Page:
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 UNIX VMSTAT Utility to the Rescue
Oracle Tips by Burleson Consulting

Advanced Oracle Utilities: The Definitive Reference by Rampant TechPress is written by the top Oracle database experts (Bert Scalzo, Donald Burleson, and Steve Callan).  The following is an excerpt from the book.

Vmstat to the Rescue

The UNIX vmstat utility is especially useful for monitoring the performance of Oracle databases. Vmstat can be found on almost all implementations of UNIX, including Linux. Run vmstat using the simple UNIX daemon process shown in Listing 4.1.


       Listing 4.1 – vmstat capture script


#  This is the Linux version

# First, we must set the environment . . . .


ORACLE_HOME=`cat /etc/oratab|grep \^$ORACLE_SID:|cut -f2 -d':'`


export PATH

MON=`echo ~oracle/mon`
export MON

SERVER_NAME=`uname -a|awk '{print $2}'`
typeset -u SERVER_NAME


# sample every five minutes (300 seconds) . . . .


while true

   vmstat ${SAMPLE_TIME} 2 > /tmp/msg$$


# run vmstat and direct the output into the Oracle table . . . 

cat /tmp/msg$$|sed 1,3d | awk  '{ printf("%s %s %s %s %s %s\n", $1, $8, $9, $14, $15, $16) }' | while read RUNQUE PAGE_IN PAGE_OUT USER_CPU SYSTEM_CPU IDLE_CPU

      $ORACLE_HOME/bin/sqlplus -s system/manager@testb1<<EOF

      insert into sys.mon_vmstats
                           values (



rm /tmp/msg$$


This daemon collects server performance information every five minutes (300 seconds) and stores the server data inside Oracle tables. These Oracle vmstat tables, once populated, can give interesting details about the server. For example, one can find out usage information about how much RAM and disk I/O is being used on the database server, as well as how many CPUs are being used.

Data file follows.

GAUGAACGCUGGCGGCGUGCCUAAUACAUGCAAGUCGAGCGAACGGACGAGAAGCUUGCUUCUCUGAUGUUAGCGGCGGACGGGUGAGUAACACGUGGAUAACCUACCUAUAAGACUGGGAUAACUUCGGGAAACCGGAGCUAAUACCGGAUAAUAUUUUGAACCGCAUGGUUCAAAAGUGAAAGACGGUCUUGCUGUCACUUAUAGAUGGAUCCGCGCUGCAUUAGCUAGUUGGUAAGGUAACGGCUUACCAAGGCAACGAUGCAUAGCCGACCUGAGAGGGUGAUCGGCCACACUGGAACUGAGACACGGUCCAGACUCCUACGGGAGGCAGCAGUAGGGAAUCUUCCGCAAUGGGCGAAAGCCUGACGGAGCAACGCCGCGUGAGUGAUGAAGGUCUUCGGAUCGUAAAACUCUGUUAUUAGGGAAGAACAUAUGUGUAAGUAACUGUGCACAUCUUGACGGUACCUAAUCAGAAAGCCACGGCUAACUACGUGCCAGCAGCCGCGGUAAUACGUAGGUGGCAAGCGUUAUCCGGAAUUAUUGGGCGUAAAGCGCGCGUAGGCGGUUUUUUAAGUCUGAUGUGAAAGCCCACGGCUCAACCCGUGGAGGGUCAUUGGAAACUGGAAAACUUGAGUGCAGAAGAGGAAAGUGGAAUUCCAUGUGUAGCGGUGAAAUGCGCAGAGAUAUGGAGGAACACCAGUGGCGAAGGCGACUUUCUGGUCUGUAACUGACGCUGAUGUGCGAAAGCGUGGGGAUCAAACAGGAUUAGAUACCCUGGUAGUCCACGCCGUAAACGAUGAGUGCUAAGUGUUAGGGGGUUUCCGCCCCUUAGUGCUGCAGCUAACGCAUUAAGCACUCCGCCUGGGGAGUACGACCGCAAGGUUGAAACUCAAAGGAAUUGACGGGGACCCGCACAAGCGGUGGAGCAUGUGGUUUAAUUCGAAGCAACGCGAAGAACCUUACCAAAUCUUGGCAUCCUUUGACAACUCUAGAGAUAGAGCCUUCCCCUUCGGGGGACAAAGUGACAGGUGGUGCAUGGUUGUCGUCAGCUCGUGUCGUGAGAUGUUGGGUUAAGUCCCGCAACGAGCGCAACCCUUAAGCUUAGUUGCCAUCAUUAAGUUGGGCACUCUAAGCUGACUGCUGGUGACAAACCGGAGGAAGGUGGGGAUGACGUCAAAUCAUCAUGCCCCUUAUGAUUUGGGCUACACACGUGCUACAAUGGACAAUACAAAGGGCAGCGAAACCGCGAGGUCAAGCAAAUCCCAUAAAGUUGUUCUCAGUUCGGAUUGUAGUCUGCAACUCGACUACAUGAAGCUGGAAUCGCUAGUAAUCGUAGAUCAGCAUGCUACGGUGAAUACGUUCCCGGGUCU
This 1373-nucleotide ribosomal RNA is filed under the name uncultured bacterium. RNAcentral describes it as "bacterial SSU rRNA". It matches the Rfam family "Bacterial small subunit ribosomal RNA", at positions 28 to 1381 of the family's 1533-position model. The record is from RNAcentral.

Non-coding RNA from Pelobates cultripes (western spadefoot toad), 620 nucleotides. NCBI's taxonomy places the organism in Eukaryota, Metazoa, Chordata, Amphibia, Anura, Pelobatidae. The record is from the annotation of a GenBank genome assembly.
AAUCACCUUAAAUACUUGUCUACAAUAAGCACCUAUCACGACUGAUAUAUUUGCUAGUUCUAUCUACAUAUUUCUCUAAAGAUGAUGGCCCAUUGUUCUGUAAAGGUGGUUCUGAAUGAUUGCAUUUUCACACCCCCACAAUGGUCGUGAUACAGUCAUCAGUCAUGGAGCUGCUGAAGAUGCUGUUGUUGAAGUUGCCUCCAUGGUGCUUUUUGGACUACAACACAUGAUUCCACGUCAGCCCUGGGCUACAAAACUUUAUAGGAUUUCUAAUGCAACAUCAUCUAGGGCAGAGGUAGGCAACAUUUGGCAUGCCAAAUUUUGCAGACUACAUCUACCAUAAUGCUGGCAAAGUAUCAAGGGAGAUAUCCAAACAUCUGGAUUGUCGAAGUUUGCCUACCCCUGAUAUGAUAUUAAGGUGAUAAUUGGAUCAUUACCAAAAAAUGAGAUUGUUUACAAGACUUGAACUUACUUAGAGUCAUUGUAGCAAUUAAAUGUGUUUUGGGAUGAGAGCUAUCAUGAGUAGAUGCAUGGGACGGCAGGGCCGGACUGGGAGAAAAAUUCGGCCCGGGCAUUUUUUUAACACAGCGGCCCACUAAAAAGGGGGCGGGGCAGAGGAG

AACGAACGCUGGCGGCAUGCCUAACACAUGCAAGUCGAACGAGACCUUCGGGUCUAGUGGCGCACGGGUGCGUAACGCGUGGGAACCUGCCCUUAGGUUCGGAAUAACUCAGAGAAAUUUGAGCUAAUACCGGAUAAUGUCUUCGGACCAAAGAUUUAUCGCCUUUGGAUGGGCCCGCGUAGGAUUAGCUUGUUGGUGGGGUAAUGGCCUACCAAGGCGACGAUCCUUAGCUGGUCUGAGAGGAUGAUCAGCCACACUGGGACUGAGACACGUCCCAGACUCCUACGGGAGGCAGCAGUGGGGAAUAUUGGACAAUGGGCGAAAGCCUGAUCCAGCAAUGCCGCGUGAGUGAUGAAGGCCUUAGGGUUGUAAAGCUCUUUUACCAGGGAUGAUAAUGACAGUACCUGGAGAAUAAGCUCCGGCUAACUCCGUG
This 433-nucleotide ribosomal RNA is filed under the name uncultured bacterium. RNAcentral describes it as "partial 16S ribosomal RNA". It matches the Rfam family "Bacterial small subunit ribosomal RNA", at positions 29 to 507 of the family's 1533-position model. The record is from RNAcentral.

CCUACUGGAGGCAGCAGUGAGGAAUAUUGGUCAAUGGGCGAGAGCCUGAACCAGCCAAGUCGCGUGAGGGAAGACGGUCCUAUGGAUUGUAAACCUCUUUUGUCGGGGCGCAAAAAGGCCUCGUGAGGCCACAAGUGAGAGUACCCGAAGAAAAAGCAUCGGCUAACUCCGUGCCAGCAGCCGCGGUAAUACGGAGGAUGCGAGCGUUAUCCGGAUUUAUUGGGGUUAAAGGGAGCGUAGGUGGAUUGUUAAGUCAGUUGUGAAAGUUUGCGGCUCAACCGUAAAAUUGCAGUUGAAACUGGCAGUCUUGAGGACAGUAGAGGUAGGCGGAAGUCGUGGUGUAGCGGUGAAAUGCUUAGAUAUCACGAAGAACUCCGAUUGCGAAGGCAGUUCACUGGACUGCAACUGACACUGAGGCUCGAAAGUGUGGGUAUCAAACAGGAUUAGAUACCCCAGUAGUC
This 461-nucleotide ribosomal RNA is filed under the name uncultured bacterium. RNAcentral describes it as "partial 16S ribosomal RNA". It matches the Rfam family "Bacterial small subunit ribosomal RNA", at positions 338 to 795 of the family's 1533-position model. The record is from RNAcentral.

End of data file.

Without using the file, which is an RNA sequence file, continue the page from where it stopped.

When analyzing vmstat output, there are several metrics to which the DBA should pay attention. For example, keep an eye on the CPU run queue column. The run queue should never exceed the number of CPUs on the server. If it is noticed that the run queue starts exceeding the amount of CPUs, it is a good indication that the server has a CPU bottleneck.

To get an idea of the RAM usage on the server, watch the page-in (pi) and page-out (po) columns of vmstat’s output. By tracking common virtual memory operations such as page-outs, this infers the times that the Oracle database is performing a lot of work. Even though UNIX page-ins must correlate with the vmstat’s refresh rate to accurately predict RAM swapping, plotting page-ins can tell when the server is having spikes of RAM usage.

Once captured, it is very easy to take the information about server performance directly from the Oracle tables and plot them in a trend graph. Rather than using an expensive statistical package such as SAS, use Microsoft Excel. Copy and paste the data from the tables into Excel. After that, use the Chart Wizard to create a line chart that will help view server usage information and discover trends.

For more details on Oracle utilities, see the book "Advanced Oracle Utilities" by Bert Scalzo, Donald K. Burleson, and Steve Callan.

You can buy it direct from the publisher for 30% off directly from Rampant TechPress.


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